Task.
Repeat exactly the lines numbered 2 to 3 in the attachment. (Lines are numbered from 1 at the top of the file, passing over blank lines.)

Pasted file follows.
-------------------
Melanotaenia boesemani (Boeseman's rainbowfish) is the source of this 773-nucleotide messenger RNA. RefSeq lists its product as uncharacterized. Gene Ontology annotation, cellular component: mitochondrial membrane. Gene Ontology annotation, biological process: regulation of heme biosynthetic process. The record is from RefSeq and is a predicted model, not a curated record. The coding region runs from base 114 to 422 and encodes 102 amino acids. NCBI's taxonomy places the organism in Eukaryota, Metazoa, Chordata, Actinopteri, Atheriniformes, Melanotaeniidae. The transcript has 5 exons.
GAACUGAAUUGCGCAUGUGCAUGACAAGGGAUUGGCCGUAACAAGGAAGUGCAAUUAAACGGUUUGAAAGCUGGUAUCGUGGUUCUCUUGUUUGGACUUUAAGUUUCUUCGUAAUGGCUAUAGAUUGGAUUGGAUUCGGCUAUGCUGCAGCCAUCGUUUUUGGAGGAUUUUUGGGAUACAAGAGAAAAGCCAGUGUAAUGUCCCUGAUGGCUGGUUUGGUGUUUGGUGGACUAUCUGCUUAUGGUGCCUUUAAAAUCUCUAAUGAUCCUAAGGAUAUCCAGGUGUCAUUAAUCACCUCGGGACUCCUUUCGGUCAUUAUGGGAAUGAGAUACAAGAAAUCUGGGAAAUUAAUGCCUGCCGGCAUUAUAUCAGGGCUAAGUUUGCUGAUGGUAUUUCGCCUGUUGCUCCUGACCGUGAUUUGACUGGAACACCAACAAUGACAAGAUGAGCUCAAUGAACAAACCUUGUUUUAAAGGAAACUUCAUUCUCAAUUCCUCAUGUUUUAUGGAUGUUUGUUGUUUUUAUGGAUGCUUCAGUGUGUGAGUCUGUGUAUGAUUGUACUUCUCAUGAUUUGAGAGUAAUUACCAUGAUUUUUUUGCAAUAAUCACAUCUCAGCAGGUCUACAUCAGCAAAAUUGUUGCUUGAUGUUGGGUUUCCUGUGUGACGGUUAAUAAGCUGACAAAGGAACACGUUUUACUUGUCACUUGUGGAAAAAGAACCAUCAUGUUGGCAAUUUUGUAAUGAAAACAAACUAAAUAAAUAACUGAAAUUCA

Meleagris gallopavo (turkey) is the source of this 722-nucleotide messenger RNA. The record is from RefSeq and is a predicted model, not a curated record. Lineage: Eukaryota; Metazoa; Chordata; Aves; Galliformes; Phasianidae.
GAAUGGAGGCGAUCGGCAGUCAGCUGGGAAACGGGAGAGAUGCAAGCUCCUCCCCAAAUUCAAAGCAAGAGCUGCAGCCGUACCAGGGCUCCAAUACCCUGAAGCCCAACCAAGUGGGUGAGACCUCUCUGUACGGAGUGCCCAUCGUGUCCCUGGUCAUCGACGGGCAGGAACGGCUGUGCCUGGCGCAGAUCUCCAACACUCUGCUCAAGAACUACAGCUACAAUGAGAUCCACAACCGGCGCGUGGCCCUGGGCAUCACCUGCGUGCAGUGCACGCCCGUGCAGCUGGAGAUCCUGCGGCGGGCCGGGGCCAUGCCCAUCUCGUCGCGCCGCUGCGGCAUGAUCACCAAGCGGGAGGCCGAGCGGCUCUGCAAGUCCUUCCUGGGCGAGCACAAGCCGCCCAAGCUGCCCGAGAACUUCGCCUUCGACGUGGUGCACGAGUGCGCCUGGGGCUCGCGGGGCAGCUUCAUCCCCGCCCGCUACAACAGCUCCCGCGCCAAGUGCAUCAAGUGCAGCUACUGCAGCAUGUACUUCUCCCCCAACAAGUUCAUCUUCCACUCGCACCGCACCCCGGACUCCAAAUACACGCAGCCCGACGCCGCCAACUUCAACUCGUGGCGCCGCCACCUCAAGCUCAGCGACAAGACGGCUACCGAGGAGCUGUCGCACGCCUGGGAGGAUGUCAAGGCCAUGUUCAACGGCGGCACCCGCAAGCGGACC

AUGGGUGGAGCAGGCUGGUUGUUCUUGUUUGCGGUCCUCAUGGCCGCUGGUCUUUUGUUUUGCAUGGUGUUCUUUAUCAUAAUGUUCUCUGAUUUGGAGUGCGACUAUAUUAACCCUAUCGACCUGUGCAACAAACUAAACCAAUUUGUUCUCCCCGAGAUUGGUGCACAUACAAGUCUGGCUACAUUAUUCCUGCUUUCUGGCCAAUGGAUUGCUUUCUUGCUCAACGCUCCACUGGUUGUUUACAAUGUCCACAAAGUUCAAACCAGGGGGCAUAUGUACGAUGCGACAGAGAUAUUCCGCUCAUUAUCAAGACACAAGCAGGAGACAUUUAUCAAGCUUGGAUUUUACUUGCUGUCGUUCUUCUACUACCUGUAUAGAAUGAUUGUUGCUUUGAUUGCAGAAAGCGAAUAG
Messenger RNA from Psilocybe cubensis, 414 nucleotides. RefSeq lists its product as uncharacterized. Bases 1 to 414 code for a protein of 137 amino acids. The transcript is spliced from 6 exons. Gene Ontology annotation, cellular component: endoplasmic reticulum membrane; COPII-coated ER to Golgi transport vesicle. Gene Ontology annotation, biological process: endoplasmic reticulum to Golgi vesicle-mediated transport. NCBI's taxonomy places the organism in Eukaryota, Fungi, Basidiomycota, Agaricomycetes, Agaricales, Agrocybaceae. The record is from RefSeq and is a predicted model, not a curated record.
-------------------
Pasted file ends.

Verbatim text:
GAACUGAAUUGCGCAUGUGCAUGACAAGGGAUUGGCCGUAACAAGGAAGUGCAAUUAAACGGUUUGAAAGCUGGUAUCGUGGUUCUCUUGUUUGGACUUUAAGUUUCUUCGUAAUGGCUAUAGAUUGGAUUGGAUUCGGCUAUGCUGCAGCCAUCGUUUUUGGAGGAUUUUUGGGAUACAAGAGAAAAGCCAGUGUAAUGUCCCUGAUGGCUGGUUUGGUGUUUGGUGGACUAUCUGCUUAUGGUGCCUUUAAAAUCUCUAAUGAUCCUAAGGAUAUCCAGGUGUCAUUAAUCACCUCGGGACUCCUUUCGGUCAUUAUGGGAAUGAGAUACAAGAAAUCUGGGAAAUUAAUGCCUGCCGGCAUUAUAUCAGGGCUAAGUUUGCUGAUGGUAUUUCGCCUGUUGCUCCUGACCGUGAUUUGACUGGAACACCAACAAUGACAAGAUGAGCUCAAUGAACAAACCUUGUUUUAAAGGAAACUUCAUUCUCAAUUCCUCAUGUUUUAUGGAUGUUUGUUGUUUUUAUGGAUGCUUCAGUGUGUGAGUCUGUGUAUGAUUGUACUUCUCAUGAUUUGAGAGUAAUUACCAUGAUUUUUUUGCAAUAAUCACAUCUCAGCAGGUCUACAUCAGCAAAAUUGUUGCUUGAUGUUGGGUUUCCUGUGUGACGGUUAAUAAGCUGACAAAGGAACACGUUUUACUUGUCACUUGUGGAAAAAGAACCAUCAUGUUGGCAAUUUUGUAAUGAAAACAAACUAAAUAAAUAACUGAAAUUCA

Meleagris gallopavo (turkey) is the source of this 722-nucleotide messenger RNA. The record is from RefSeq and is a predicted model, not a curated record. Lineage: Eukaryota; Metazoa; Chordata; Aves; Galliformes; Phasianidae.